Discovery, Inc. shareholders approved the acquisition of WarnerMedia on Friday, checking off the final (meaningful) formality in the formation of mega-company Warner Bros. Discovery. While the newly created corporation is still weeks or possibly months away from launching, one of the biggest questions top of mind today is what will become of respective streaming services HBO Max and Discovery+?
On the surface, there appears to be very little natural synergy between Max and Discovery+. The HBO streaming platform is the home to prestige TV and Warner Bros. blockbuster movies; Discovery+ is chock full of unscripted programming about home renovation, cooking, and hastily marrying someone from another country whom you met on the internet.
It is fair to assume the two services will “come together in some way,” one insider with knowledge of the general plans, who spoke on the condition of anonymity, told IndieWire on Friday. That’s as much as anyone really knows right now — and we don’t just mean within the general public or the media. WarnerMedia, still a division of AT&T for now, and Discovery, Inc. executives have not really been allowed to engage in detailed business conversations during this quiet period amid the regulatory and shareholder-approval processes.
One likely scenario, especially in the early going, is that Max and Discovery+ will be bundled in some way and not actually combined into one service. Bundling, the practice of tying several platforms together via one (generally modestly discounted) package, is certainly nothing new to Discovery and its chief, David Zaslav, who will run Warner Bros. Discovery.
Discovery and Zaslav have long been the defenders of the cable bundle, combining the likes of Discovery Channel, TLC, Animal Planet, HGTV, Magnolia Network (f.k.a. DIY Network), Science Channel, Food Network, ID, OWN, Cooking Channel, Trvl Channel, Motortrend, and more into one collection of channels, which is sold to your cable television provider (who passes on the combined carriage cost to you).
Phil Caruso / HBO Max
A cord-cutter’s current alternative is to subscribe to much of that same programming via Discovery+, a fairly cheap SVOD service starting at $4.99 per month with ads or $6.99 without. WarnerMedia’s HBO Max, meanwhile, will run you $9.99 monthly with ads or $14.99 (the same as linear HBO) without. Thanks in large part to the relatively inexpensive cost for Discovery+, a potential bundle with Max (especially an ad-supported one) should not be rejected by the marketplace on a pricing basis. For an example from the competition, an HD Netflix subscription now runs $15.49 per month; an Ultra HD plan costs $19.99 monthly.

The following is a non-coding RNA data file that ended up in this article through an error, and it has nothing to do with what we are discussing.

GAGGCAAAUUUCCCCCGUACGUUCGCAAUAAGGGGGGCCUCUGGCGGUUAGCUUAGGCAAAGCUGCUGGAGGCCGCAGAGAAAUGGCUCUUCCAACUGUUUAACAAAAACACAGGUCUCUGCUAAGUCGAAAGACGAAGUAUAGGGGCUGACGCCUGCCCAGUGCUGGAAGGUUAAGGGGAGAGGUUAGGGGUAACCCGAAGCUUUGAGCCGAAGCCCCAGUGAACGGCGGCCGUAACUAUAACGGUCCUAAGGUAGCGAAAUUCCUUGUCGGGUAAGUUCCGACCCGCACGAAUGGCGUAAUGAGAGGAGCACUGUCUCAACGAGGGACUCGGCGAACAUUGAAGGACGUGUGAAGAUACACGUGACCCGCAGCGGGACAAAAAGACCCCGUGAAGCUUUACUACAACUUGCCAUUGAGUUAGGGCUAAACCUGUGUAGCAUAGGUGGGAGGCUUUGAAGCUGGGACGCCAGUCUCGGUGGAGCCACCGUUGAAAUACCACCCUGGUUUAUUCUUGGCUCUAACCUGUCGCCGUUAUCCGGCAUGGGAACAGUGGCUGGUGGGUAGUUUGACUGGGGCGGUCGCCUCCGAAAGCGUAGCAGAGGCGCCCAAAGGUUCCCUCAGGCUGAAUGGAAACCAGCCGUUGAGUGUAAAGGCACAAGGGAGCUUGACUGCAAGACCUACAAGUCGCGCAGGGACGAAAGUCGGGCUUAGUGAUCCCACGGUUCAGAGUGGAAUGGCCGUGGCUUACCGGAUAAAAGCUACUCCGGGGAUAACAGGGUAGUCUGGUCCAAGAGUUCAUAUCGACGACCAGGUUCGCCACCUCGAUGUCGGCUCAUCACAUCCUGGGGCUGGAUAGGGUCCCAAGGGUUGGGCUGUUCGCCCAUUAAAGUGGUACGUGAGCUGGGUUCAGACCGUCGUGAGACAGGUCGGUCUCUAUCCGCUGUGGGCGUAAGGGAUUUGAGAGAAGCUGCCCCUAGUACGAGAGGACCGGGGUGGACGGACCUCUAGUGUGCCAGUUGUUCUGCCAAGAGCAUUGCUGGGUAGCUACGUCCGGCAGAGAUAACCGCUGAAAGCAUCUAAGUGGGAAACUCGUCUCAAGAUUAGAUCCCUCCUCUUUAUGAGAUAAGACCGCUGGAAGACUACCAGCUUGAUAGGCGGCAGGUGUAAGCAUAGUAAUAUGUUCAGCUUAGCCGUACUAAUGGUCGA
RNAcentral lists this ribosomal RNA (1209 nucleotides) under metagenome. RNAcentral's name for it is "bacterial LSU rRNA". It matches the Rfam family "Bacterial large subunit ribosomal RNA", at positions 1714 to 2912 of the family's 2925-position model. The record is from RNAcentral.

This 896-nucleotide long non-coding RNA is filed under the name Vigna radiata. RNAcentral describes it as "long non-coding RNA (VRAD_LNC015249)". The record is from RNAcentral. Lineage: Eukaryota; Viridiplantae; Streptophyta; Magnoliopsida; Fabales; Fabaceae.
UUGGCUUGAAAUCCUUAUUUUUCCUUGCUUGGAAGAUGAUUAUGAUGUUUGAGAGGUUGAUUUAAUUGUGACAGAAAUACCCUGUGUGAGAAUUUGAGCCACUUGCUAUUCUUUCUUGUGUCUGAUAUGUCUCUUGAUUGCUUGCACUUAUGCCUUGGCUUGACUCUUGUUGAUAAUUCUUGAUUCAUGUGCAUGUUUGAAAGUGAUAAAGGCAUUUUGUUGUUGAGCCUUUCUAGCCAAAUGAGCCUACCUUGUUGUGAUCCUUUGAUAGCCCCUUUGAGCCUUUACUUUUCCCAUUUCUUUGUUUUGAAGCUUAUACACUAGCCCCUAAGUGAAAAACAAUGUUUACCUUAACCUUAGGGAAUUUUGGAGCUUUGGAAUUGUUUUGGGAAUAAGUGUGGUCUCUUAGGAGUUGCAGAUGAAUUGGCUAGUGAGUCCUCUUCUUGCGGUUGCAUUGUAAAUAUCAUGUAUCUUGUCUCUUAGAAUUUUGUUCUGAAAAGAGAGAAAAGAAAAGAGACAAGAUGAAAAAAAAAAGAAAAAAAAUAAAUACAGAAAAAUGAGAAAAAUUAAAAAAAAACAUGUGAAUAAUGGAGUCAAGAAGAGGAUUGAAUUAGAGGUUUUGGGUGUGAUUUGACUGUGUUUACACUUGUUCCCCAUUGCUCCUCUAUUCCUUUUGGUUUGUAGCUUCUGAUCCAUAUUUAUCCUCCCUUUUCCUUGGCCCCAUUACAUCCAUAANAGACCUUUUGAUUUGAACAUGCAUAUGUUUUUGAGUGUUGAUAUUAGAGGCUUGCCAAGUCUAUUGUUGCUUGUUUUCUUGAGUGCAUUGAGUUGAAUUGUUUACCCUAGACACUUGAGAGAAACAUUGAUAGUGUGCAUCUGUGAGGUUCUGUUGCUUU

Since we’re merely speculating about the bundle at this point, we wouldn’t want to venture much of a specific guess about its theoretical price point — but figure a few bucks cheaper per month than subscribing individually. For another example from the crowded streaming landscape, the Disney Bundle, a combination of Disney+, Hulu, and ESPN+, costs $13.99 per month (or $19.99 per month without ads on Hulu). Individually, Disney+ costs $7.99, Hulu costs $6.99 (or $12.99 without ads), and ESPN+ costs $6.99.
Should Max and Discovery+ remain separate platforms, whether or not there is a bundle option, one logical way of delineating programming between the two of them could be scripted (HBO Max) vs. unscripted (Discovery+). Or maybe Max takes the higher-level programming, keeps the substantially higher price point, and brings home all the Emmys. Any attempts at creating a clear distinction may be moot at the future Warner Bros. Discovery.
Eventually HBO Max and Discovery+ are likely to be combined into one service — probably one with broader Warner Bros. branding. That’s probably a ways away for a number of reasons. For starters, what happens to linear HBO if the streaming version suddenly imports the entirety of the Discovery programming universe? It’s not an impossible problem to solve, but certainly different price points would be required to reflect the relative amounts of available content. Otherwise, traditional HBO would be DOA.
And then there’s the tech. The lift to turn two established standalone SVOD services into one would not be a particularly light one. But JB Perrette, the head of Discovery’s streaming operations, is making lemonade out of those lemons. He also provided the clearest clue thus far about the end goal.
In early November, on Discovery’s third-quarter earnings conference call, Perrette said he and his colleagues are performing “essentially an audit of both platforms,” and spoke of “re-platforming…in one direction or the other.” Perrette called the two services “an incredibly attractive tech buffet” from which executives will mine “the best of both to decide how we move into a common platform going forward.”
Either option, a combination or a bundle, provides real monetization opportunities for the soon-to-be Warner Bros. Discovery. Fewer than half of U.S.-based Discovery+ subscribers are also subscribed to HBO Max, Zaslav said on the November conference call. HBO and HBO Max ended 2021 with approximately 73.8 million total combined global subscribers. Discovery ended the year with 22 million streaming subscribers, of which the vast majority comes from Discovery+.
“Assessing the overlap in respective subscriber bases, at least here in the U.S., we believe less than half of Discovery+ subscribers are also HBO Max subscribers,” Zaslav said, “which with the right packaging, provides a real opportunity to broaden the base of our combined offering.”
There’s that “combined” word again. The WarnerMedia-Discovery merger is expected to close in the second quarter (March-June) of 2022.